This reasoning, we think, is indisputably sound. The sanctity and immunity of a decree of distribution which has become final attaches to the decree itself and not to those who under it may have derived an unconscionable advantage through fraud, accident, or mistake. Such questions the probate court does not possess the requisite machinery to try. They belong in a court of equity. (Estate of Hudson, 63 Cal. 454; Dean v. Superior Court, 63 Cal. 473; Wickersham v. Comerford, 96 Cal. 433, [31 P. 358].) Nor are we here called on to anticipate the decision of any such question which may in future arise. It is sufficient on this appeal to say that it was proper for the probate court to establish the last will of the deceased to the end that those entitled to take under that will might be in a position to prosecute their rights in equity.

The order appealed from is therefore affirmed.

Shaw, J., Lorigan, J., and Melvin, J., concurred.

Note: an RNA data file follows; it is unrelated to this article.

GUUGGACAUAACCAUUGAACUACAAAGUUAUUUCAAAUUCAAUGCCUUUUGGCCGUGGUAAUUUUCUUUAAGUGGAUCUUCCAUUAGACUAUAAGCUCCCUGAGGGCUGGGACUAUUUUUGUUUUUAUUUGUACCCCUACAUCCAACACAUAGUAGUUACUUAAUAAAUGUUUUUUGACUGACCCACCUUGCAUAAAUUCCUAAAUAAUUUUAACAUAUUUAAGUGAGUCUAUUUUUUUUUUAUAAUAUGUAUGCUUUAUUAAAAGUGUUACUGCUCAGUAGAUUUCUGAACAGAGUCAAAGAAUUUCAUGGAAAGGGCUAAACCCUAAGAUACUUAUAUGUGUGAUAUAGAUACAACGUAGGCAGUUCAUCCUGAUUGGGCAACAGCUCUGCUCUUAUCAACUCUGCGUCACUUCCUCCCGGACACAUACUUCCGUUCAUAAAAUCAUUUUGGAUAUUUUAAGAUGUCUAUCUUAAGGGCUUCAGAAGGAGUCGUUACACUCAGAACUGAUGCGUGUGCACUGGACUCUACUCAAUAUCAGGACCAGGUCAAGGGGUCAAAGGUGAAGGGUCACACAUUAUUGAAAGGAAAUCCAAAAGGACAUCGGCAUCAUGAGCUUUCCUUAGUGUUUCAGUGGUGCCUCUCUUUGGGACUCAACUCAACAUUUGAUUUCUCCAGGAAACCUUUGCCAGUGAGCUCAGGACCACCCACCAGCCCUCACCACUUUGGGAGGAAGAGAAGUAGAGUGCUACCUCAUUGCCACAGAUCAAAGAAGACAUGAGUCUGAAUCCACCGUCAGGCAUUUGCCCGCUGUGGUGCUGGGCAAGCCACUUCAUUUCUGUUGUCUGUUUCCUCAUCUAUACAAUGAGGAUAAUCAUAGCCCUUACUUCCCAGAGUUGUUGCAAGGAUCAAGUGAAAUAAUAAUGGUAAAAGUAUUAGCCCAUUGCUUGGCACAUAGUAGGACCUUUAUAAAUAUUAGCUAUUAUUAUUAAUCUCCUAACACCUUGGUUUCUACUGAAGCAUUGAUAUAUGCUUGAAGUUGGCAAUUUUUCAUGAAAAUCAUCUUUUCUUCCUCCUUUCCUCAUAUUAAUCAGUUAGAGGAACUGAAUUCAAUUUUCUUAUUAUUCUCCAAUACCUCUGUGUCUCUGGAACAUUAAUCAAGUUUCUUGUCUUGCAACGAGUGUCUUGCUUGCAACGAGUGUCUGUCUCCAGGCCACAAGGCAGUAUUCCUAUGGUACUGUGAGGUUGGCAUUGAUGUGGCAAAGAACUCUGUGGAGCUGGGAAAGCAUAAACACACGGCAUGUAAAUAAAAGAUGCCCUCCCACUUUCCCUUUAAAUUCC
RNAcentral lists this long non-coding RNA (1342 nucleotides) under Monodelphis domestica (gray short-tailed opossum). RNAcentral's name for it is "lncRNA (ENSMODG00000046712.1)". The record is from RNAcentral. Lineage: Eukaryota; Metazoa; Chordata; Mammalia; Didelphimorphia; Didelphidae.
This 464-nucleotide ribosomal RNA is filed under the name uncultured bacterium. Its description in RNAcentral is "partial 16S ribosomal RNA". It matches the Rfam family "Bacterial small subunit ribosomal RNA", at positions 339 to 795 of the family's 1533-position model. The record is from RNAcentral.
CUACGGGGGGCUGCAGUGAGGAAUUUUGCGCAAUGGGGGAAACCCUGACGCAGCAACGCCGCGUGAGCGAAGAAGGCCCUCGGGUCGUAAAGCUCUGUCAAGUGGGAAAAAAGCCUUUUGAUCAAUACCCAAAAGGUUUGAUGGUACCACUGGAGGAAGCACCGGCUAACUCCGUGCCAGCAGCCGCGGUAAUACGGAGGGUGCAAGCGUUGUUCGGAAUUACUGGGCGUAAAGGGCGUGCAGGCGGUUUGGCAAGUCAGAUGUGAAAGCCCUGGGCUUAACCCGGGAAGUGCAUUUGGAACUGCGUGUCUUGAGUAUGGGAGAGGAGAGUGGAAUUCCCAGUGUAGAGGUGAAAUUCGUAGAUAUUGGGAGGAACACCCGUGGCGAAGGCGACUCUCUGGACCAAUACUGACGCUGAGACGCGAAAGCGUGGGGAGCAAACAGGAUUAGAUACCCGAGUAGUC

I concur in the judgment, but I do not think it was essential or appropriate to offer the will for probate in the probate court as such. The exclusive jurisdiction of the probate court is a jurisdiction in rem, the res being the estate of the decedent which is to be administered and distributed with due regard to the rights of creditors, heirs, devisees, legatees, and all the world. For this purpose a method of procedure is provided appropriate to a proceeding in rem, and if it has been regular, and has resulted in a final decree of distribution of the residue of the estate to the heirs of the decedent under a decree which declares that he died intestate, there is no longer any res for the probate court to deal with, and its function is ended. But if it turns out that there was a will, which was suppressed, by an heir for the purpose of defrauding devisees or legatees, or, as in this case, lost and undiscovered until after distribution, the remedy of the devisee or legatee against the heir, who has received what was rightfully his, is in equity to charge the heir as his trustee, and to require him to account and to transfer what he has acquired through the fraud, accident, or mistake. The action in such case is not in rem, but inter partes, and the proper court of equity may determine as between the parties before it whether the will is genuine and duly executed or not, and may in an action between the devisee and a fraudulent spoliator establish the will as against him, upon slighter evidence than would suffice to establish it against all the world in the probate court. I know that what is here said is contrary to what a bare majority of this court decided in McDaniel v. Pattison, 98 Cal. 86, [27 P. 651, 32 P. 805], but I am nevertheless convinced that it is the law and supported by the weight of reason and authority.